Court says Comerica Bank must pay after customer is hacked

In the second ruling on ACH fraud in a week, a federal court said the bank could have done better

A Michigan court has ruled that Comerica Bank is liable for a US$560,000 cyberheist, saying the bank should have done a better job to spot millions of dollars in fraudulent transactions after one of the bank's customers was tricked in a phishing attack two years ago.

In a June 13 decision, the court ruled in favor of Experi-Metal, a Sterling Heights, Michigan, custom auto-parts maker that had sued Comerica after the January 2009 incident. In just a few hours, criminals tried to move millions of dollars to Eastern Europe before Comerica's fraud department shut down the scam. Most of the money was recovered, but in his ruling Judge Patrick Duggan of the U.S. District Court for the Eastern District of Michigan said that the bank should have done a better job of stopping the fraud. A "bank dealing fairly with its customers, under these circumstances, would have detected and/or stopped the fraudulent wire activity earlier," Judge Duggan wrote in his ruling.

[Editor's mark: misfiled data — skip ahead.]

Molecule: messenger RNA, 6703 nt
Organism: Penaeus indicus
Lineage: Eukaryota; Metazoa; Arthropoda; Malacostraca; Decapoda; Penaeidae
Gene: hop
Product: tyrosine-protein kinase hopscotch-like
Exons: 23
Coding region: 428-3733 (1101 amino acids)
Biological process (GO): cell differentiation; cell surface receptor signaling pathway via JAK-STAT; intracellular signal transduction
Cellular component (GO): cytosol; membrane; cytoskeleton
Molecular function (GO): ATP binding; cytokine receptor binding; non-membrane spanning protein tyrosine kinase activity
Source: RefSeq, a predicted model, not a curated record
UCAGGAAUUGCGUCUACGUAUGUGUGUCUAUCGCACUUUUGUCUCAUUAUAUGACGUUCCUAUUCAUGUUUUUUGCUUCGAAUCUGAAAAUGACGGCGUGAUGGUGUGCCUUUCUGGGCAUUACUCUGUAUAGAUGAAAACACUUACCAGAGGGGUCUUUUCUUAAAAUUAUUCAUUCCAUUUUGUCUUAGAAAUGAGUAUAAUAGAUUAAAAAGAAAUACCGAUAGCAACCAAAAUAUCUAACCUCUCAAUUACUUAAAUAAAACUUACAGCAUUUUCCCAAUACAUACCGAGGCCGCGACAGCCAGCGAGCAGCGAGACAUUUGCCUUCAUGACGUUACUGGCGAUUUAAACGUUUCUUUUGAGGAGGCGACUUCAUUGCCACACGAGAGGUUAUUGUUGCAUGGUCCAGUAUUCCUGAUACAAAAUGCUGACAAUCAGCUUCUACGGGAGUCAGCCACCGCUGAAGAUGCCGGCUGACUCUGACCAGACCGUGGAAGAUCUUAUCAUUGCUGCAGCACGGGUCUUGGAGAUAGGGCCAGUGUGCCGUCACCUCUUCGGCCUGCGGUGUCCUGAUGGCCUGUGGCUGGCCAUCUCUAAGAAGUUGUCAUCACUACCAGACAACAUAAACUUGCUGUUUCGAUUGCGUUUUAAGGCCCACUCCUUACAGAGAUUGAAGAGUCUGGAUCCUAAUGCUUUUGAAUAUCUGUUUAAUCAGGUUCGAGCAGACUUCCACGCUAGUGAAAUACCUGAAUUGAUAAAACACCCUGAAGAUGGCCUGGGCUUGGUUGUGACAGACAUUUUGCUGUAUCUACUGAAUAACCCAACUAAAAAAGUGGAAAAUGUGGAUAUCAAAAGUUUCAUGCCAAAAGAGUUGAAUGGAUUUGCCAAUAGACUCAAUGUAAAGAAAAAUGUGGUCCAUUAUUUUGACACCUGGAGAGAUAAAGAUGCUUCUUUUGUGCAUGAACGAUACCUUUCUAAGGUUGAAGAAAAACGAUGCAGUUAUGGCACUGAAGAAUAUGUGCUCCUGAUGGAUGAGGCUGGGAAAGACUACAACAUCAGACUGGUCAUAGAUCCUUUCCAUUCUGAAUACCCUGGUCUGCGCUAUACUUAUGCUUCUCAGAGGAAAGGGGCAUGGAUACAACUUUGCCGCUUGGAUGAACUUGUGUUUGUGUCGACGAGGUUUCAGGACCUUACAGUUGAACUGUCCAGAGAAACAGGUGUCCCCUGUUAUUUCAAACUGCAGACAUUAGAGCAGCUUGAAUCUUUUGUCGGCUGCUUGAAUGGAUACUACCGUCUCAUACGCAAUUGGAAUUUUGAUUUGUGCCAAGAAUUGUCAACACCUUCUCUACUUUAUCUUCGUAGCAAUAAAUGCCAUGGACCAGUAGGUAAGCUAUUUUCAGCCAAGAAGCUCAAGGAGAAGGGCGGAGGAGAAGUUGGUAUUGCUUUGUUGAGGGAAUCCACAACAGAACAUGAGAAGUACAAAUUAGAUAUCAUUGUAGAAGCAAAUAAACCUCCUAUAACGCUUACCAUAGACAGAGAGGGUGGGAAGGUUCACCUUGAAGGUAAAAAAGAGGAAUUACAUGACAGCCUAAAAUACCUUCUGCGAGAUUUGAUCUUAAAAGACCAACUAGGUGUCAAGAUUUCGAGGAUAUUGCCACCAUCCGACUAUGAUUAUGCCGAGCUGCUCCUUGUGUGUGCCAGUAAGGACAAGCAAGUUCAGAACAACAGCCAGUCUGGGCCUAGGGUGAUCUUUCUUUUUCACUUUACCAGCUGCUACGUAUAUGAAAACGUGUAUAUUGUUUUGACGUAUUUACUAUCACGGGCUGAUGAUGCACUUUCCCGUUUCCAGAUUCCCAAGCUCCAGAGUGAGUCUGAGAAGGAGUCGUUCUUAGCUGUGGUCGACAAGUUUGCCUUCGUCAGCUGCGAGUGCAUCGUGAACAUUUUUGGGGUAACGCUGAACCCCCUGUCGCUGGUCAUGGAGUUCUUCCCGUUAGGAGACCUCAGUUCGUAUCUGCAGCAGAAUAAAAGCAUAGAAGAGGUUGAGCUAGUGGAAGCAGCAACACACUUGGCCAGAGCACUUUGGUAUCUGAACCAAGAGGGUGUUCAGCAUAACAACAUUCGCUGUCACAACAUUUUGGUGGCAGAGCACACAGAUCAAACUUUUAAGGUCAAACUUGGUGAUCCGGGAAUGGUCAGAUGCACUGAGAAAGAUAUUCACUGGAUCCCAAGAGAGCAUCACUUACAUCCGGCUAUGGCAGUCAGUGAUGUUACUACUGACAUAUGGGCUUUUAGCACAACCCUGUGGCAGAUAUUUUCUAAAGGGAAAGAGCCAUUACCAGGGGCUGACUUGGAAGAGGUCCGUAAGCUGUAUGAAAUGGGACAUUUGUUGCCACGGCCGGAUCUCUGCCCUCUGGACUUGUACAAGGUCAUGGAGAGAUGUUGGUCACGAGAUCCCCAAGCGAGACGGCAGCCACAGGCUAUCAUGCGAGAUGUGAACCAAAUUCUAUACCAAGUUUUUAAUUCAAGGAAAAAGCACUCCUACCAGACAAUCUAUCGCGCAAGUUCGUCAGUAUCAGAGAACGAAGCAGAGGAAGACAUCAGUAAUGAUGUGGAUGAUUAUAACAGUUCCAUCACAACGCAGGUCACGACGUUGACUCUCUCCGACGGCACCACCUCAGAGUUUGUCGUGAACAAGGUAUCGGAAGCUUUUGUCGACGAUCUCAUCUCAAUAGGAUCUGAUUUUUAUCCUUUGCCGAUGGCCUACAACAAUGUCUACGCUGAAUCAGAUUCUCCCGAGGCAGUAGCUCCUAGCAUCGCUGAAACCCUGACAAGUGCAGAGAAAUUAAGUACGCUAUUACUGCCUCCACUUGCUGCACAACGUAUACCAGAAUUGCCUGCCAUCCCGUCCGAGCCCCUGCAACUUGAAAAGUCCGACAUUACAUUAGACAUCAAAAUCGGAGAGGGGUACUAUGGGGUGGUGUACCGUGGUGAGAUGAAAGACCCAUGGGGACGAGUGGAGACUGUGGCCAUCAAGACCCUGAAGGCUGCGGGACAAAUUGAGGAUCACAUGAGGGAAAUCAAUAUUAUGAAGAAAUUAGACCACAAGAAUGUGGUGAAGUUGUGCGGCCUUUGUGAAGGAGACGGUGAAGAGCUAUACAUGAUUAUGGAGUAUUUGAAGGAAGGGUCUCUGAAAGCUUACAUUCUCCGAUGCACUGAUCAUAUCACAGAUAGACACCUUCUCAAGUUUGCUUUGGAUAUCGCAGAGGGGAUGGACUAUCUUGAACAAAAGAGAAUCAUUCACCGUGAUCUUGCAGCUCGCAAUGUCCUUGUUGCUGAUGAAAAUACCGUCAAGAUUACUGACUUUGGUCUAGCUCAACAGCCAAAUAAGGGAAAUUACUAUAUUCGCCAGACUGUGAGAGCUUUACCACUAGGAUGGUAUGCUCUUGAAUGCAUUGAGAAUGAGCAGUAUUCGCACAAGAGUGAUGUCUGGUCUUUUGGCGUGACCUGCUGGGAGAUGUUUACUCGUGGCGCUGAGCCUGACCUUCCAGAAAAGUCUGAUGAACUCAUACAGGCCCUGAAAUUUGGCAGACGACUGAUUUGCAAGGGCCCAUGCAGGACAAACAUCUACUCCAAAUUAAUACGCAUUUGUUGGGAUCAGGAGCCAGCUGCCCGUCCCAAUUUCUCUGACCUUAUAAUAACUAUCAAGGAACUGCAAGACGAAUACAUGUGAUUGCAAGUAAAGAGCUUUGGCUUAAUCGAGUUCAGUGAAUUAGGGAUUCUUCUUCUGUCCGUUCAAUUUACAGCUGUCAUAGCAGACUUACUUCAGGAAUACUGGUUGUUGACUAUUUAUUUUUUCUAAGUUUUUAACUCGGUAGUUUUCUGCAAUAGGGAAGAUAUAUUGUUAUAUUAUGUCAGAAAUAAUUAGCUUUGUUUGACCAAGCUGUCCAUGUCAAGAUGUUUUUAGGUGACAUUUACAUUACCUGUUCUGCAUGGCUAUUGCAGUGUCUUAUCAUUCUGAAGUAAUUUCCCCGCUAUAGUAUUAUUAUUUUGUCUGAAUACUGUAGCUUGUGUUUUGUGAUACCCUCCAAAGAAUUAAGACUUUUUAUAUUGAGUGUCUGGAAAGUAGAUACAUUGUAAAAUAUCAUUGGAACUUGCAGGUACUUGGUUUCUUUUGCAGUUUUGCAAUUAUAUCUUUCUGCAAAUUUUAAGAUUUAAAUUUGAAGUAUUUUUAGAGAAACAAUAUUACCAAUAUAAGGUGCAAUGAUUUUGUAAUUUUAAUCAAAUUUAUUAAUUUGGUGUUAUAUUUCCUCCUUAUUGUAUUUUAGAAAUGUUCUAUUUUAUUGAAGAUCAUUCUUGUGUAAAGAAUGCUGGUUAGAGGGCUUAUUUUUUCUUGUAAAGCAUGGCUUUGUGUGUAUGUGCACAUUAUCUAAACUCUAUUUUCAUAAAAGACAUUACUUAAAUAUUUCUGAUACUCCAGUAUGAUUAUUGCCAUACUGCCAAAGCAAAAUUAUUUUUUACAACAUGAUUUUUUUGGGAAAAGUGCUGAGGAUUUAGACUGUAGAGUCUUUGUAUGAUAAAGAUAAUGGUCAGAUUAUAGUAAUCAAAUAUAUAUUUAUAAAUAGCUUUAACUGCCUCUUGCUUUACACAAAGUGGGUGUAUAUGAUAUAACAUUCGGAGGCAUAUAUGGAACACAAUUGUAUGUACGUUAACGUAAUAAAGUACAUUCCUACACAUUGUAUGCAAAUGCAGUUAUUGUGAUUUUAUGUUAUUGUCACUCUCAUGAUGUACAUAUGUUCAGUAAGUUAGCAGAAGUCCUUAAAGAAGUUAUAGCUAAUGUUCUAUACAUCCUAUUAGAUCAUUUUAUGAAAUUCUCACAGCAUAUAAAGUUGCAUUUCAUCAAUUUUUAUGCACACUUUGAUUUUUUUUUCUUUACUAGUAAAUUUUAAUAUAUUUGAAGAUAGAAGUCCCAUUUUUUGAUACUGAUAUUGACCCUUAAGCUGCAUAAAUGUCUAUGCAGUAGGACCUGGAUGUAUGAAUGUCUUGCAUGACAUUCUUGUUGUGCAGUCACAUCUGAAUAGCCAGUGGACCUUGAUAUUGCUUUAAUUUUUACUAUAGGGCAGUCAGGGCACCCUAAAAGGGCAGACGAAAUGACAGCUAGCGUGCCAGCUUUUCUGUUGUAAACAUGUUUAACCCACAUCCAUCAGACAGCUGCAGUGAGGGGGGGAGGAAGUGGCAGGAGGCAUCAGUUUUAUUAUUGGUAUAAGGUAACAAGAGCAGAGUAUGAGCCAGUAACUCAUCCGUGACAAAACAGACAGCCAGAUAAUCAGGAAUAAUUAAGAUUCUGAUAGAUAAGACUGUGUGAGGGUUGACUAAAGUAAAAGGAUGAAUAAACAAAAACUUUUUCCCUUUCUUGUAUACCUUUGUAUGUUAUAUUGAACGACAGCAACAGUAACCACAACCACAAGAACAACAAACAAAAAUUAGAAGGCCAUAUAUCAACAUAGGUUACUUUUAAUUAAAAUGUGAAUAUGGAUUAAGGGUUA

Experi-Metal's troubles started in the early morning hours of Jan. 22, 2009. That's when the company's vice president of manufacturing, Gerry King, received a phishing e-mail telling him to fill out what appeared to be a mundane piece of online paperwork: a "Comerica Business Connect Customer Form." He forwarded the e-mail to Controller Keith Maslowski, who then logged into a website belonging to the criminals. With Maslowski's login credentials, the criminals were off and running. Over the next six-and-a-half hours they raced to steal as much of Experi-Metal's money as they could before their window of opportunity closed.

Comerica learned about the problem about four hours into the fraud, when J.P. Morgan Chase called to report some suspicious transactions coming into its accounts from Experi-Metal's account. A much larger bank, Chase could move money overseas, so the criminals were funneling money into Chase accounts in order to then transfer it to Russia and Estonia.

Comerica's fraud department immediately took away Experi-Metal's account, but they made a mistake. They didn't knock the fraudsters off the Comerica server. Still logged in, the criminals managed to initiate another 15 wire transfers before a Comerica quality risk manager finally killed their session. That final push netted the criminals nearly $50,000.

After Comerica refused to cover the $560,000 loss, Experi-Metal filed suit, arguing that the bank should not have allowed the transfers. Comerica countered that since Experi-Metal was the company that was phished, it should have to pay.

Judge Duggan has ruled in Experi-Metal's favor in a bench opinion, but he has not yet said how much Comerica must pay.